The lender’s third-party phone-payment processing vendor also failed to tell consumers about significant differences in the fees. As a result, the CFPB found that the actions of the lender, through its third-party service provider, were deceptive and deprived consumers of the ability to choose pay-by-phone options with significantly lower fees.

4. Extension agreement suggests customers cannot file bankruptcy

An agreement to waive an individual’s right to file bankruptcy is void as against public policy. The lender sent extension agreements or written confirmations of oral extension agreements including to numerous consumers which included the following language:

“As a condition of you making this request, you represent that you have not filed and agree that you will not file for bankruptcy protection within 120 days after the date of this correspondence, and that an extension is contingent upon the absence of any such filing. If you should so file for bankruptcy protection, then this agreement is void for misrepresentation, and we may seek payment of the extended payments as originally scheduled and may deem such payment to be in default”.

The CFPB found this language in the lender’s extension agreements created the impression that consumers could not file for bankruptcy. In fact, consumers could file for bankruptcy. The CFPB stated these statements are material because they were likely to affect consumers’ conduct in executing the written extension agreement or considering whether to file for bankruptcy. The CFPB found that the lender’s representations to the contrary were false and misleading.

The consequences: Actions required by the consent order

The CFPB imposed significant multi-million dollar monetary sanctions against the lender. In addition, the consent order requires the lender to do a number of things to remediate these violations by taking the following actions:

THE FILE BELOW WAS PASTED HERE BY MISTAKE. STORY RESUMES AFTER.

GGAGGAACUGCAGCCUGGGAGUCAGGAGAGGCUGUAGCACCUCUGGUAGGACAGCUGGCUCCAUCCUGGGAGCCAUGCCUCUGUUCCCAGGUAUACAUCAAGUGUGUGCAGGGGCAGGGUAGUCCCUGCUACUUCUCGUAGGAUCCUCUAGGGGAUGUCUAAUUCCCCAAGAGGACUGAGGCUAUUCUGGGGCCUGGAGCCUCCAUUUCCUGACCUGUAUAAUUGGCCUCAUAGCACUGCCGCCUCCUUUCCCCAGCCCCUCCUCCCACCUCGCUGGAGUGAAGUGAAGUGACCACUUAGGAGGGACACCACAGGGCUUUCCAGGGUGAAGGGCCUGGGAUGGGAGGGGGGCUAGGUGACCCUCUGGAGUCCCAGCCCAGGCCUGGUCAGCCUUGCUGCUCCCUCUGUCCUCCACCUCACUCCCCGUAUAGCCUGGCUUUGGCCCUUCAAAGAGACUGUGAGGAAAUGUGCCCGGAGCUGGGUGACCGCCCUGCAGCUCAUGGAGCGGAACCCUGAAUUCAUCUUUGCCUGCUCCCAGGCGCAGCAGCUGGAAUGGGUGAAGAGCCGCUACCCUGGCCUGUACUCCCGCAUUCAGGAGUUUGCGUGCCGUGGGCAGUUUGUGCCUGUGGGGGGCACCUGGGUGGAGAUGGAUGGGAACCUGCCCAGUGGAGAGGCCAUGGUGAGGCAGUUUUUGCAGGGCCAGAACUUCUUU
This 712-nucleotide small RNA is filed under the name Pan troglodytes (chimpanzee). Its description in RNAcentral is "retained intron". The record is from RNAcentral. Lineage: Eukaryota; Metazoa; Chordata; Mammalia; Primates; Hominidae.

• Review its repossession assignment and cancellation process and implement additional system or employee controls and adopt reasonable policies and procedures to avoid wrongful repossessions.

• Review its process for monitoring and addressing system-error messages related to cancelling or holding a repossession and develop and implement any changes necessary to ensure errors are flagged and responded to in a timely manner.

• Track all future wrongful repossessions.

• Conduct a quarterly review of any wrongful repossessions that occur to identify any patterns or practices which need to be addressed.

• Adopt reasonable policies and procedures to remedy instances of future wrongful repossession.

• Provide consumers with remediation for such wrongful repossessions, including waiver or refund of all repossession-related fees, correction of the consumer’s credit report, and a refund of actual costs incurred for both loss of use of the consumer’s vehicle (such as alternate transportation costs) and other reasonable and verifiable consequential damages incurred by the consumer.

• Prohibit its repossession agents (through contract or otherwise) from charging personal property fees to consumers directly and demanding fees as a condition of returning personal property.

• When offering consumers the option to make account payments by phone, the lender (or its third-party service provider) must, on each call during which a consumer makes such a payment, clearly disclose to the consumer the fee for each method of making a payment by phone, before the consumer is asked which method they wish to use. Where the lender charges consumers fees to make payments via other channels (e.g., online portal, postal mail), the lender must disclose all fees for each method on its website or its monthly billing statements.

• Not misrepresent, or assist others in misrepresenting, expressly or impliedly that a consumer may not file for bankruptcy or  any other fact material to consumers concerning their rights related to initiating a bankruptcy proceeding.

• Provide reports regarding its compliance with the terms of the consent order

Since its inception, the CFPB has been a powerful and feared regulator. Since the CFPB is an executive agency, it is uncertain who will lead the agency, or how the CFPB will handle rulemaking and enforcement actions in the next administration.

Nevertheless, we strongly recommend auto lenders review and implement policies regarding their payment and repossession procedures to take the findings in this consent order into account. The CFPB will expect lenders to do so.

Dennis LeVine is a partner in the Tampa., Fla., office of Kelley Kronenberg. He can be reached at dlevine@kklaw.com.